Relentlessly positive Bryant ready for rebound

February 15th, 2023

SCOTTSDALE, Ariz. -- ’s smile warmed a cold, drizzly day in the desert on Tuesday.

Bryant’s face showed the same joy as when he signed his seven-year, $182 million contract with the Rockies last March. More importantly, Bryant’s smile never left when an April back injury limited him to two games over a two-month period, and it was still there at the end of July when a right foot injury ended his season.

The smile last year was perfectly understandable. Bryant had a big, new contract -- one that encouraged third baseman Ryan McMahon to sign for six years and $70 million and pitcher Kyle Freeland to enlist for five years and $64 million -- and a new team with dreams of pulling a surprise. But none of his optimism matched the Rockies’ ultimate reality -- 68-94, last in the National League West.

Yet, it’s not just Bryant's smile, but the belief behind it that burns as 2023 begins.

“I’ve always tried to be the most positive person,” said Bryant, who said there haven’t been setbacks since he ended his ’22 season early to let the foot heal. “Sometimes I’m negative as a player, because that’s the nature of playing baseball. But as a person, I’m a pretty positive guy, always have a smile on my face. I don’t think there’s any kind of injury or anything on the field that can take that away from me, just because of what we do for a living. … It’s hard not to be positive when you’ve got all that going for you.

“I guess you can look at it two ways: You’ve been doing it so long and it’s hard to be positive when you can’t do it; or you can look at it as, I’ve been doing it for so long and I’ve had a generally healthy career. I had a little hiccup last year, but you can still be positive about things that have happened before.”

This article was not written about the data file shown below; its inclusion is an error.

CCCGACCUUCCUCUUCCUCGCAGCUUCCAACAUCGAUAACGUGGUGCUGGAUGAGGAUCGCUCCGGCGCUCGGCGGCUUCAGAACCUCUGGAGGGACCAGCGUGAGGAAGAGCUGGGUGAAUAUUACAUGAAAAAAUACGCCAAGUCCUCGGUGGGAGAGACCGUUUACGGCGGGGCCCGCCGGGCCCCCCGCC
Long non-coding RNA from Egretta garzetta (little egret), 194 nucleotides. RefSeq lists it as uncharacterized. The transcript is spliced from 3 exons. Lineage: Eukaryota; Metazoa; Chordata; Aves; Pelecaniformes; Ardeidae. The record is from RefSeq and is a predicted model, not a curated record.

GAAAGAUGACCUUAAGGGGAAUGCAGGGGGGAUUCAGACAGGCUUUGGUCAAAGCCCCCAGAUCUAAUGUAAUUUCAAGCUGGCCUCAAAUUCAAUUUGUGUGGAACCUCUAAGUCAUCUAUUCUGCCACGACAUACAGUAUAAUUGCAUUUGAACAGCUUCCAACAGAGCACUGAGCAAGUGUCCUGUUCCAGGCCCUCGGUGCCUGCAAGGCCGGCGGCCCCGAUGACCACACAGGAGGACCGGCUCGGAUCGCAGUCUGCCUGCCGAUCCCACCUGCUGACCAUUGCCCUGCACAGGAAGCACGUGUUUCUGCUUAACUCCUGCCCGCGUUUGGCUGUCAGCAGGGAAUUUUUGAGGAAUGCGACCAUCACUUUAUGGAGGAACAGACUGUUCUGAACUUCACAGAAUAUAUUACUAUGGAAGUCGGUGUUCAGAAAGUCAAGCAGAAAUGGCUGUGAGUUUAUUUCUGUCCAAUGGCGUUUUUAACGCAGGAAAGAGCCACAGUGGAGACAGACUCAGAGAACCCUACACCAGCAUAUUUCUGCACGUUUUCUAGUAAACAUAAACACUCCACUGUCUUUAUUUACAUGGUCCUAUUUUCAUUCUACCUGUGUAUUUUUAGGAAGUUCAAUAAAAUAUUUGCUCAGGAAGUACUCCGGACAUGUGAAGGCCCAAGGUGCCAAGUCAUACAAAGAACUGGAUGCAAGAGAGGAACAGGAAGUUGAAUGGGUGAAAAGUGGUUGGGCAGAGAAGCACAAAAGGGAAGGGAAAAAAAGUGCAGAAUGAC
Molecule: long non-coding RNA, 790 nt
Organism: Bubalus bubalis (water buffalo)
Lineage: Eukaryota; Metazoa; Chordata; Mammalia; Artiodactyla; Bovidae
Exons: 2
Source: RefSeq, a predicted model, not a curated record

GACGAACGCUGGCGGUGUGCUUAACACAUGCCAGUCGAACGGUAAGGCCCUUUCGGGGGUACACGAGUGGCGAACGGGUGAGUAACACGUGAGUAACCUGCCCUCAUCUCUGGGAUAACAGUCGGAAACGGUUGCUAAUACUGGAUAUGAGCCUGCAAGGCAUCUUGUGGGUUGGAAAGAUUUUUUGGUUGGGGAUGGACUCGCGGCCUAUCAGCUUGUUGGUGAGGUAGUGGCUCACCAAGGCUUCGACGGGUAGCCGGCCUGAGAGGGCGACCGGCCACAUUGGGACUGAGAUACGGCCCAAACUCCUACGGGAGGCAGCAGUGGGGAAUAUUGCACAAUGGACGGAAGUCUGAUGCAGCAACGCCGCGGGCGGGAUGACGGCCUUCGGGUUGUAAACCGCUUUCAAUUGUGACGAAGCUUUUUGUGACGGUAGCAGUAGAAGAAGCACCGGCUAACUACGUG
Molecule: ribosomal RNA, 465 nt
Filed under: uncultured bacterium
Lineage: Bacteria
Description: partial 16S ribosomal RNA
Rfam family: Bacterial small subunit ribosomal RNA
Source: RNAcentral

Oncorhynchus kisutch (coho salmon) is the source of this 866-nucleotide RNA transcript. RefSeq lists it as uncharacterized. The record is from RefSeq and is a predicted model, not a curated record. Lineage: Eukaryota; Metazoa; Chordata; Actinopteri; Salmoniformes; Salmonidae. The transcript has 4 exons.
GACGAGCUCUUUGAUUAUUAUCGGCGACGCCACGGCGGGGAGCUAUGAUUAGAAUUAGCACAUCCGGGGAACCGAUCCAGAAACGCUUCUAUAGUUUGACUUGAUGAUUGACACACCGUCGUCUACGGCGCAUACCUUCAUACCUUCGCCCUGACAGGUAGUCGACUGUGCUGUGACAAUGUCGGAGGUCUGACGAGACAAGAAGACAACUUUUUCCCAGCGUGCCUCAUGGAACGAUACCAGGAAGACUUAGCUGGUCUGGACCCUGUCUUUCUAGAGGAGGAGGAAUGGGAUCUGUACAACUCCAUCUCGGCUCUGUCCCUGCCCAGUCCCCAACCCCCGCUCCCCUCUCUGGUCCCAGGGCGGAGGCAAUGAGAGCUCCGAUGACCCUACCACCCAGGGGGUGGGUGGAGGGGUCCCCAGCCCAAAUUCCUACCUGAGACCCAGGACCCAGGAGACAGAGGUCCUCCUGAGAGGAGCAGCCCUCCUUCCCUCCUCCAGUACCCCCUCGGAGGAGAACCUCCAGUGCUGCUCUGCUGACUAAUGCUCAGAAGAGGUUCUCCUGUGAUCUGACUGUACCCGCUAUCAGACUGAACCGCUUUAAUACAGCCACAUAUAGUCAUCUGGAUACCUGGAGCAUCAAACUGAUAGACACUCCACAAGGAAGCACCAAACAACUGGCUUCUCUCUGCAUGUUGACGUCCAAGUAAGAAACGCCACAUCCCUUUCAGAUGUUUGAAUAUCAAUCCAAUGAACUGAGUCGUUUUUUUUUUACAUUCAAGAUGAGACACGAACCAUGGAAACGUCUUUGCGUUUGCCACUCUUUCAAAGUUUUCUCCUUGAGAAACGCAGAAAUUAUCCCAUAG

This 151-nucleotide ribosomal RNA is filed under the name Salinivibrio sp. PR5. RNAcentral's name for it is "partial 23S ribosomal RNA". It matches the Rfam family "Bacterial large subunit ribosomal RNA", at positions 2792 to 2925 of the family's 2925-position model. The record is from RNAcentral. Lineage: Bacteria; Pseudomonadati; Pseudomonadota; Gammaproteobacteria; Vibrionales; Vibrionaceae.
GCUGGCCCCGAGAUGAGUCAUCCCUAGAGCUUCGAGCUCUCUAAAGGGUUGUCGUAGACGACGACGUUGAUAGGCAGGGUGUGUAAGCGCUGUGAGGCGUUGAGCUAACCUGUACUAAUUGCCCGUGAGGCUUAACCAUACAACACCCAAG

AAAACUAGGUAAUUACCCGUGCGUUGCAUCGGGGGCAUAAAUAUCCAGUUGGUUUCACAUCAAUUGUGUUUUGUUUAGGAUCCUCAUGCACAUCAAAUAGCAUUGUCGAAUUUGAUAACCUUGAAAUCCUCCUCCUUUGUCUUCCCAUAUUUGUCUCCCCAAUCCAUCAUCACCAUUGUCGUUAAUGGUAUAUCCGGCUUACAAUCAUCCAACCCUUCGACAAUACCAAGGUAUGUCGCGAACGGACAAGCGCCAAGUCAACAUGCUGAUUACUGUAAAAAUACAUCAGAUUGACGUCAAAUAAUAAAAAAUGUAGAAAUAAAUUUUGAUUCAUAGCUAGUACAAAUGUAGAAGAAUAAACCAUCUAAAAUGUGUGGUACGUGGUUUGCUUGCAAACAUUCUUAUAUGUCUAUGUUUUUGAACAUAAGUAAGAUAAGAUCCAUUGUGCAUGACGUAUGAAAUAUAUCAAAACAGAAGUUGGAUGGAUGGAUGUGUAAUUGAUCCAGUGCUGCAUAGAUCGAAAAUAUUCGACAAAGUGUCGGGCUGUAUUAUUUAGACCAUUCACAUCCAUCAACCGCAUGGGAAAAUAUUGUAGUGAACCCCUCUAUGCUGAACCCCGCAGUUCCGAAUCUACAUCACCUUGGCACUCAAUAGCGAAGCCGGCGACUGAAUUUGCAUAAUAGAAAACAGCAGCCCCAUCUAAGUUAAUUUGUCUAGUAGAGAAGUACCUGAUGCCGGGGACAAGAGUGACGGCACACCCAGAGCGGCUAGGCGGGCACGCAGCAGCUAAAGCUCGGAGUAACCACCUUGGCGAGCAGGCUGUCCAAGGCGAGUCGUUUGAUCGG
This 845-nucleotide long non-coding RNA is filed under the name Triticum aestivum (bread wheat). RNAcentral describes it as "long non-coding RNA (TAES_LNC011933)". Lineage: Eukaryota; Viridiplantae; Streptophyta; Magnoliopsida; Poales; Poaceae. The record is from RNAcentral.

Most of what’s known about Bryant is from his four All-Star appearances and his NL Most Valuable Player performance with the 2016 World Series champion Cubs, and a stretch with the Giants in 2021 when they ended the Dodgers’ monopoly on the NL West at eight years. But he played just 42 games with the Rockies last season. He batted .306 and homered five times, all on the road.

Teammates remind that when Bryant was in the lineup before the All-Star break, the Rockies climbed toward .500. They finished 20-22 when he played, but the last handful of those came when his foot was compromised by a bone bruise that he believes weakened the foot, leading to the ultimate plantar fasciitis ailment.

Bryant will have to show production in a Rockies uniform. But teammates say they learned Bryant is the right guy for a team that needed a lift, even if he wasn’t able to give it on the field.

“The nature of the beast is sometimes when you’re in that situation, you don’t want to be vocal,” said Randal Grichuk, who as a Cardinal a few years back was a longtime opponent of Bryant and the Cubs. “But he was a leader in other ways. If you wanted to talk about experiences, what you’ve gone through, he’s gone through it.

“We talked expectations, the ups and downs, how he thinks offensively. Defensively, he can play anywhere. We got pretty close.”

Bryant, who plays left field, but has indicated to the Rockies that he's amenable to moving to right field or first base if roster construction dictates, can offer perspective if the move toward prospects accelerates. His experience with the Cubs suggests to him youth doesn’t have to mean losing.

“In 2015, nobody expected the Cubs to do anything,” said Bryant, who hosted parties in Spring Training and at the end of last season with his wife, Jessica, to further acquaint himself with teammates. “It was, ‘Let the young guys get up, get their feet wet.’ We ended up winning 97 games. Not predicting anything here.”

McMahon was sold when he saw a winning edge to Bryant’s positive talk.

“We had some team meetings -- during the season, at a little bad time, and I’m not sure he was even playing,” McMahon said. “He said, ‘Guys, we need to know we’re good. We are good. Stop going around wondering if we’re going to be good. Go out and carry yourselves that way.’

“Seeing that fire from him, that killer mentality, is not really something you see when you talk to him, like in the media. I was pretty excited to see that.”

“Give it a chance,” Bryant said. “The book is yet to be written -- for myself included.”